Those broadcasting NCAA Tournament games have an opportunity to go down in history with every game that goes down to the wire. Those transcendent moments – from Bryce Drew’s 30-footer to Tyus Edney’s coast-to-coast sprint – are replayed over and over again. The sound transports us to that moment and resonates on an emotional level.
In short, it’s a great assignment.
Gus Johnson, who is perhaps the most well-known announcer for the under-30 set, is no longer on the microphone for March Madness. As much I as find his regular-season performance lacking, there’s no question that he will be missed.
All is not lost, however, as there are several battle-tested teams to guide us through the frenzy. Yes, some are better than others. But thankfully, incredible action can always overcome lackluster broadcasting.
Let’s see how the broadcasting partners stack up.
1. Jim Nantz and Clark Kellogg: The marquee duo will call the Final Four and National Championship Game. And rightly so. Nantz has an innate ability to let the game breathe and rarely goes overboard. He is not a me-first guy often and is able to convincingly get caught up in the emotion. His call of Gordon Hayward’s near-miss was a terrific human reaction in the moment. Kellogg is far from the best analyst in the game, but he has a nice rapport with Nantz. More than that, though, there’s something to be said about the old guard. Since replacing the overly negative Billy Packer, he’s called the biggest games. In this time of critiquing resumes, Kellogg’s is strong.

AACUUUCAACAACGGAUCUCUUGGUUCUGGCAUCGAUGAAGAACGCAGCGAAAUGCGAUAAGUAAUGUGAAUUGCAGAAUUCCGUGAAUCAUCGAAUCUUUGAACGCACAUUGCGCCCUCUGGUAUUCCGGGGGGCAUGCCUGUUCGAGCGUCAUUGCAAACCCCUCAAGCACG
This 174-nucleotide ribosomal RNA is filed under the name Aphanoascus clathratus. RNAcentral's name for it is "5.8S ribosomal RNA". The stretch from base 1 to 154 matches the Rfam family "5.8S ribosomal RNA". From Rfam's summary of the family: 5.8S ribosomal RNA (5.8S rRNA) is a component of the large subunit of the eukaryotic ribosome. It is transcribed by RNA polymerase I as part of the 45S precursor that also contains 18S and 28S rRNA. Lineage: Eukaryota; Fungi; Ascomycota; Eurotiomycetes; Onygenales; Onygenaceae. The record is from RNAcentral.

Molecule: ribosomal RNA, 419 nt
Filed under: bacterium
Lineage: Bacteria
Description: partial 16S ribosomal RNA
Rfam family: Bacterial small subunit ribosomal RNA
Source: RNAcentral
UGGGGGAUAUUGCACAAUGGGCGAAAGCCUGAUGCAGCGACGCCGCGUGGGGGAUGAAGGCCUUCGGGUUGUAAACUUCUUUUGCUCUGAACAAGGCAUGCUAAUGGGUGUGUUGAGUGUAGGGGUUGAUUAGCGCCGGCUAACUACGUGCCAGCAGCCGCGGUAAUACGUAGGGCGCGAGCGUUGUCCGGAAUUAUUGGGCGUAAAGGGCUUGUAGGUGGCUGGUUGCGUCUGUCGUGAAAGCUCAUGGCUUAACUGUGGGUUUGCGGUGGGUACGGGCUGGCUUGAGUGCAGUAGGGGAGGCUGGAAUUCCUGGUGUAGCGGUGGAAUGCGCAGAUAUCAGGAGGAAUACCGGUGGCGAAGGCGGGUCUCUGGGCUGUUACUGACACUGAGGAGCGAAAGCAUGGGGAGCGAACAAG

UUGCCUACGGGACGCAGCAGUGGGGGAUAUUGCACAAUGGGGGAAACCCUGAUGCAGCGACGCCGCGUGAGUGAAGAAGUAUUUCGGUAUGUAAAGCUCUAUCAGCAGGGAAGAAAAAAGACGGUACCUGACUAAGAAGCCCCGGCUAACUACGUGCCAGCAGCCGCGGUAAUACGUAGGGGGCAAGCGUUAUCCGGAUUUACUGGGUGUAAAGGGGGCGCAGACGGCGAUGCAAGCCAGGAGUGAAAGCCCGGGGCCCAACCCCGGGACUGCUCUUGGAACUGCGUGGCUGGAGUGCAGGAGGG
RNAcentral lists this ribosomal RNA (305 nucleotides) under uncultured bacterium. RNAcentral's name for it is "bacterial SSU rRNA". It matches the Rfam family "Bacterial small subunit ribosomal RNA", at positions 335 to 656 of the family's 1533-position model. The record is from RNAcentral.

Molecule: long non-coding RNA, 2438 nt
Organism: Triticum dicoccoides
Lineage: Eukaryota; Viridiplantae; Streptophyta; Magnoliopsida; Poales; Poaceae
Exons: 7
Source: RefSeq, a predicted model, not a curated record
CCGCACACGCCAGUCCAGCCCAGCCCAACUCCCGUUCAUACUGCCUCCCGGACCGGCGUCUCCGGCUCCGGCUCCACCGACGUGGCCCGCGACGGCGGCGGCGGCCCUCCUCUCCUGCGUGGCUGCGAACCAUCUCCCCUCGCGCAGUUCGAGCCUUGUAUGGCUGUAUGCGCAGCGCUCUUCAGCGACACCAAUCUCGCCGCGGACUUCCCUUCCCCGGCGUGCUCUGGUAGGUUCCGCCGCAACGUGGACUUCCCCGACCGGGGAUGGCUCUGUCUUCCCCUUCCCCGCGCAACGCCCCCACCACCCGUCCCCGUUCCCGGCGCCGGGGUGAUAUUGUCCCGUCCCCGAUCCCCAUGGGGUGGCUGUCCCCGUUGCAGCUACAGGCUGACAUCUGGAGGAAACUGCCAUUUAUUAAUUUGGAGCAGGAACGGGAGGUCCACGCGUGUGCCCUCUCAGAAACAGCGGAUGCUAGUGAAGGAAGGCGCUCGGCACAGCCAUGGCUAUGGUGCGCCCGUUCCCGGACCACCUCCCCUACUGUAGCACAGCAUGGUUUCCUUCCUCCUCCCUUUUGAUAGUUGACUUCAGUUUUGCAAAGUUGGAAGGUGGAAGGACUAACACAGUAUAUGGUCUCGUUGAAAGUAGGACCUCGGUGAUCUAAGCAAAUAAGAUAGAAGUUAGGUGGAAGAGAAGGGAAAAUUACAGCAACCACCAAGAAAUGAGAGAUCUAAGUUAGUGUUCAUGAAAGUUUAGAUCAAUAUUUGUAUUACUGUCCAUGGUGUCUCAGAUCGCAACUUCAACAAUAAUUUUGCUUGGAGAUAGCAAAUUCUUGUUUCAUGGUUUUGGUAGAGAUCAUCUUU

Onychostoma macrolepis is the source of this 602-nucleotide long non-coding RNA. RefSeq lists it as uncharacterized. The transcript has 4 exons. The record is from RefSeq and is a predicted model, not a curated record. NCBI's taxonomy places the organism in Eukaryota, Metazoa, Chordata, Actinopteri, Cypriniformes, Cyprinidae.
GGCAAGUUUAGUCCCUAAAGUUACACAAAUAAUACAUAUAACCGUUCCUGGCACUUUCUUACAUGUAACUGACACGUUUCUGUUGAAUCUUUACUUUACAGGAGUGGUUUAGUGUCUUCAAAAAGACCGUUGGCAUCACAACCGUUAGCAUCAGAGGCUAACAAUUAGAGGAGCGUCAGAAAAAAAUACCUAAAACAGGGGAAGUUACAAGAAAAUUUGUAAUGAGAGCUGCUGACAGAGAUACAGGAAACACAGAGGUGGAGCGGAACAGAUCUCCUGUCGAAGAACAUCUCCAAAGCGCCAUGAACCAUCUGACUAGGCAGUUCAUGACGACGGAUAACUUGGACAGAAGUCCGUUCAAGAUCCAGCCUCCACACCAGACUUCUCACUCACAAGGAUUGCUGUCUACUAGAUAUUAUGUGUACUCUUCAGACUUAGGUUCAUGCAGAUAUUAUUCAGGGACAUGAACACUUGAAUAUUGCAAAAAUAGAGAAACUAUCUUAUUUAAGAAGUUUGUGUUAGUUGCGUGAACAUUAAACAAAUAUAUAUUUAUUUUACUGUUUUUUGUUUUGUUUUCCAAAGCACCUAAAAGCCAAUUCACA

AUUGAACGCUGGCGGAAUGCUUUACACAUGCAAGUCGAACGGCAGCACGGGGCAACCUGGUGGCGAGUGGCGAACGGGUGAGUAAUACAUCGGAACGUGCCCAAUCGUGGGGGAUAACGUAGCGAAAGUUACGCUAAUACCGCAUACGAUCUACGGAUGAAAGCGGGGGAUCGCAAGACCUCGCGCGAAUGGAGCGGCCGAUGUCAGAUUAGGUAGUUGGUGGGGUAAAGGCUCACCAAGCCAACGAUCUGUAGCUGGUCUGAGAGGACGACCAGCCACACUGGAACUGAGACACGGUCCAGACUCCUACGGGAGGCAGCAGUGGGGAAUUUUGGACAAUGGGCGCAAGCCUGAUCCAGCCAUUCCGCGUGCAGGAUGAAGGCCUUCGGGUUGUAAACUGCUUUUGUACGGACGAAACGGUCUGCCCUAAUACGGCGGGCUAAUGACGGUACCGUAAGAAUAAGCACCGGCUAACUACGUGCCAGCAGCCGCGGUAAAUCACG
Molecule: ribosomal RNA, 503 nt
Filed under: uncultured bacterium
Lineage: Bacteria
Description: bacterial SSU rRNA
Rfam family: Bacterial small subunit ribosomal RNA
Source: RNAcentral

2. Ian Eagle and Jim Spanarkel: Since Eagle is not the most recognizable play-by-play guy, this might seem a bit surprising. But Eagle is a tournament pro whose very voice lets you know it’s tournament time. He’s not flashy and doesn’t stand out, which believe it or not, is one of the highest compliments an announcer can receive. Spanarkel isn’t the greatest ex-Duke personality, but asking anyone to be as cool as Jay Bilas is totally unfair.
3. Verne Lundquist and Bill Raftery: Oh, Uncle Verne. There is nobody more fun that Lundquist. His Southern colloquialisms are like stepping into nice bourbon after a long day in the sun. The only problem is his penchant for getting critical facts, like names, wrong. Those things are pretty important when you’re not as familiar with the rosters. Mantoman, I love Raftery for many of the same reasons as Verne. He’s fun, an old-timer with a goofy sense of humor. It doesn’t get much better than hearing him yell, “Onions!”